By Neil Kleid
48 pages, black and white
Published by Rant Comics
A strong hook is always good for getting a reader’s attention. Something different, something experimental, something to make it stand out from the crowd. That’s certainly present in Neil Kleid’s Ninety Candles, a comic where each panel is the next year in his protagonist’s life. The question is, once Kleid has the reader’s attention, can he keep it?
Kevin Hall seemed destined to be an artist from an early age. Forever interested in comics and pencils over footballs and schoolwork, his entire life seems to be driven towards working in the comics industry. As Kevin experiences more of the business of comics, though, will his choices with his career bring him happiness or misery?
It’s hard to ignore that Ninety Candles‘s early segments are, in many ways, a thinly veiled autobiography by Kleid. To be honest, that’s both a good and a bad thing. It works in the advantage of Ninety Candles that Kleid’s able to really bring across the emotions of both success and failure to the reader in an almost crystal-clear manner, letting everyone know just exactly how he feels. At the same time, though, it’s hard to read a book where the creator has mapped out his own future life, with each tremendous success coming across as wishful thinking (creating a hit comic book character, winning an Eisner Award, and so on), despite the negatives that do crop up. It’s this mixed success and failure of Ninety Candles that also shows itself in the format Kleid used, with one panel equalling one year. It certainly provides a solid progression through Kevin Hall’s life, and many segments of Ninety Candles follow this passage of time perfectly. Conversely, though, there are parts where the “one panel = one year” rule is not followed, and it makes it somewhat jarring for the reader because what theoretically has a year passing seems to really only have a couple of days at most. I understand that for Kleid’s story he felt it was necessary to break the rule, but by doing so he also has to understand that it throws the reader temporarily out of the story, and I’m not entirely sure that it was worth doing so. (Personally, if he felt the need to break the rule then he should have taken the numbering of years off of each panel, and also not so clearly defined the format in his foreword.)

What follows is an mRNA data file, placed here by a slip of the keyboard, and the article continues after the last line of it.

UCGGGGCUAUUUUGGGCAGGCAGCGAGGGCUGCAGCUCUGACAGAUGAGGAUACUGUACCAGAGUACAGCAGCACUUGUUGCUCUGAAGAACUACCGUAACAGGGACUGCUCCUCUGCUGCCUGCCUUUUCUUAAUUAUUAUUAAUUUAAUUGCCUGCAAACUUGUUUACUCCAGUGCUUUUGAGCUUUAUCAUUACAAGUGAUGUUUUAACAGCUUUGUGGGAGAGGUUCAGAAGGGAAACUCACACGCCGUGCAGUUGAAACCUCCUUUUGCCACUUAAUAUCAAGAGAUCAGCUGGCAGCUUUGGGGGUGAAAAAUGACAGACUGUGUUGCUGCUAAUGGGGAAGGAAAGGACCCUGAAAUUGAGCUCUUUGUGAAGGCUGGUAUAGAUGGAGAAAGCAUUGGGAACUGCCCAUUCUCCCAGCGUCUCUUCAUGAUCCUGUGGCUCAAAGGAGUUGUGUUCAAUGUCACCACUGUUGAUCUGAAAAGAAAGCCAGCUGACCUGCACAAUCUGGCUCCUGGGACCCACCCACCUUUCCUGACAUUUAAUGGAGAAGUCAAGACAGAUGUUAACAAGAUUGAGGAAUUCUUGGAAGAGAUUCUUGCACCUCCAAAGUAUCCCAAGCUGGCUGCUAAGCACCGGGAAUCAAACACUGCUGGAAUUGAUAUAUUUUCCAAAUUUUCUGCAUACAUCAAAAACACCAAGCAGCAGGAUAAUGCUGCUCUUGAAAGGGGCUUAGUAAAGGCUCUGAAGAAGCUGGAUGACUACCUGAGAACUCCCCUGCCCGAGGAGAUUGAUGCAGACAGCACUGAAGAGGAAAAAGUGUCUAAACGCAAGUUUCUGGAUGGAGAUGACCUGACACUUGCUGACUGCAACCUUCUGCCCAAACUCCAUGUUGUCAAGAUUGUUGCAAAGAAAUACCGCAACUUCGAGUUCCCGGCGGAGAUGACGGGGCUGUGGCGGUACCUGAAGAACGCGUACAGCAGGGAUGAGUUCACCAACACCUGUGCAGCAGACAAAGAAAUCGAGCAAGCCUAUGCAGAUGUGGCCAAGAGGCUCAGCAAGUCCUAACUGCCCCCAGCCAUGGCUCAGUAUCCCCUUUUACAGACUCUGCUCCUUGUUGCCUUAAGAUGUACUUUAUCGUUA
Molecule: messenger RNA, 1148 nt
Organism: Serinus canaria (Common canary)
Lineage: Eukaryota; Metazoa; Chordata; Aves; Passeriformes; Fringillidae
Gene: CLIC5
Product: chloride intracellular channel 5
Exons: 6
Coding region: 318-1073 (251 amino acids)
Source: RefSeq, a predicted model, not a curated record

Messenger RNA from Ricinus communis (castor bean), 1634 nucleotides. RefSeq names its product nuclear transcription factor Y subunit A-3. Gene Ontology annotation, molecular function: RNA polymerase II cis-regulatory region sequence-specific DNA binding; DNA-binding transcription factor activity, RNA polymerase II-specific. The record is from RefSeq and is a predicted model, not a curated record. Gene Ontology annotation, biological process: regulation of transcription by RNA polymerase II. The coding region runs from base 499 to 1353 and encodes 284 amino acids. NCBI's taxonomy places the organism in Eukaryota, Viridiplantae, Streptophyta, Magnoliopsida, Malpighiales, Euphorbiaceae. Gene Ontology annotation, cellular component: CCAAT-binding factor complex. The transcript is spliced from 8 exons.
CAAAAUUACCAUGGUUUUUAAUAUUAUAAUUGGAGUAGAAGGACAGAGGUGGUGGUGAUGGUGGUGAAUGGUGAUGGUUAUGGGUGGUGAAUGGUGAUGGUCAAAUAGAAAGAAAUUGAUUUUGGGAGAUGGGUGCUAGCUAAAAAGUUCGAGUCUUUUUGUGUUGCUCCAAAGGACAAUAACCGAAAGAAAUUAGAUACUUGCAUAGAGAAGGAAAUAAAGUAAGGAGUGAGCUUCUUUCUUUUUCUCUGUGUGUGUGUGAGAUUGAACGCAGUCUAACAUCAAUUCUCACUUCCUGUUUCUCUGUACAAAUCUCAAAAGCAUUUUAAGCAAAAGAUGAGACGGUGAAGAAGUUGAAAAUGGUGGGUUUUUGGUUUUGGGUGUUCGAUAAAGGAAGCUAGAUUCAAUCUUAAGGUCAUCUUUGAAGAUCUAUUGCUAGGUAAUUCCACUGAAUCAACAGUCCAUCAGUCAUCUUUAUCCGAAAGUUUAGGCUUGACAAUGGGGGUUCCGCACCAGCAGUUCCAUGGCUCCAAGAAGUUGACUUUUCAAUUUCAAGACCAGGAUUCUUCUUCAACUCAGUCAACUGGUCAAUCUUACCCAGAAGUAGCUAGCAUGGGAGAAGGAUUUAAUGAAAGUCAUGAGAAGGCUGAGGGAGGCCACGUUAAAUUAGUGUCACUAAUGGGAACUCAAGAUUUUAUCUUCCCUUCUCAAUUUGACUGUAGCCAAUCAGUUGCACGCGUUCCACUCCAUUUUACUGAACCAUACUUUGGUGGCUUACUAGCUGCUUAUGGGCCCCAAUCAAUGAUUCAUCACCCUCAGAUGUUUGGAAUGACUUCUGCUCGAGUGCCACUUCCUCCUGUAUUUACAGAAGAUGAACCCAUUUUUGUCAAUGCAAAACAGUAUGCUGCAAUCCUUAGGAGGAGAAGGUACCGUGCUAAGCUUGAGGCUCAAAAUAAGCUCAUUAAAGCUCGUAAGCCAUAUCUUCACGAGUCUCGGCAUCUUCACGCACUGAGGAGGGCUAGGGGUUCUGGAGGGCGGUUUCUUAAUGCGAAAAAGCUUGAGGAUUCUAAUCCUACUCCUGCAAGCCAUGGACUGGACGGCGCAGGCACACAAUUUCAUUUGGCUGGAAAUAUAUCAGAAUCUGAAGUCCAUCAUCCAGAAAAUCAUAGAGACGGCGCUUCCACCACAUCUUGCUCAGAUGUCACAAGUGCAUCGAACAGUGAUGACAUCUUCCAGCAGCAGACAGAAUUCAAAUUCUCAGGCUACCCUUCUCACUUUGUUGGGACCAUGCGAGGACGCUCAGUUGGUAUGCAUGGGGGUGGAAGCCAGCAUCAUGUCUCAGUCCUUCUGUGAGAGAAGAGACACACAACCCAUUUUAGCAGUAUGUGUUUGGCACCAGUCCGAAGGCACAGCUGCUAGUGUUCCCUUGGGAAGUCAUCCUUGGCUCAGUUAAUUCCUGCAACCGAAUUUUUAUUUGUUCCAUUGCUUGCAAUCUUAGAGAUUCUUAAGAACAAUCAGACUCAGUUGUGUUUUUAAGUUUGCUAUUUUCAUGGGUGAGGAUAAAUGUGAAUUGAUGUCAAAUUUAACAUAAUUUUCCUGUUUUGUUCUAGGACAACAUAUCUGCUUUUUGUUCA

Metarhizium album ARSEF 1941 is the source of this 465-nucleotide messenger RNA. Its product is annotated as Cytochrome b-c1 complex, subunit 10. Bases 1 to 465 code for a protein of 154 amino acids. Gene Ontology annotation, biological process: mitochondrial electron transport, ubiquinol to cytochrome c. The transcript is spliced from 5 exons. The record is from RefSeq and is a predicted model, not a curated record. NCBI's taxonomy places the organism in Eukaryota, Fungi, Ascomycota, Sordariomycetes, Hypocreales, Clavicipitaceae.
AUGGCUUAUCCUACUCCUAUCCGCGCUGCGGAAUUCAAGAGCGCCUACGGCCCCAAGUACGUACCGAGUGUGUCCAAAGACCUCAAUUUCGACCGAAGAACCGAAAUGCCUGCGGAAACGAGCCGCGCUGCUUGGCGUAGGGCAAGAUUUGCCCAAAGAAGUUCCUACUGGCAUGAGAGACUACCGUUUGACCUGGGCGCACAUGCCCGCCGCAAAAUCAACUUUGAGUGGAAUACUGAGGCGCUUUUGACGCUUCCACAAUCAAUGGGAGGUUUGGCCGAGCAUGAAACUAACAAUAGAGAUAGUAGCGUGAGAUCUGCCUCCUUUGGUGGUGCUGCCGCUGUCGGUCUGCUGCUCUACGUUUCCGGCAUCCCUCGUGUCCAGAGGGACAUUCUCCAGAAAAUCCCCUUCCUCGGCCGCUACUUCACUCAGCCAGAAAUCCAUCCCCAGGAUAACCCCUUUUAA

The art of Ninety Candles is a simple, iconic design that works well for the book. With each panel, Kleid draws Kevin Hall as a slightly older (if not necessarily wiser) person, and it’s nice to see a real passage of time on his character’s features. It’s always recognizably him, with a slightly vacant gaze and rounded features. I like how Kleid is able to subtilely tweak Kevin’s face so just the slightest change changes him from sullen to bewildered, or anything else that Kleid’s story calls for. Using a green ink instead of black with the art is also a nice touch, giving Ninety Candles an almost nostalgic air about it, setting it apart from a stark black and white look.
Like the protagonist’s life, Ninety Candles has both its positives and negatives. The negatives keep me from whole-heartedly pushing it as a complete success, but the positives make me glad that I read it. Hopefully Kleid’s next graphic novel will hit all of its marks, but the successes here are enough that I will definitely want to read that next project when it’s published.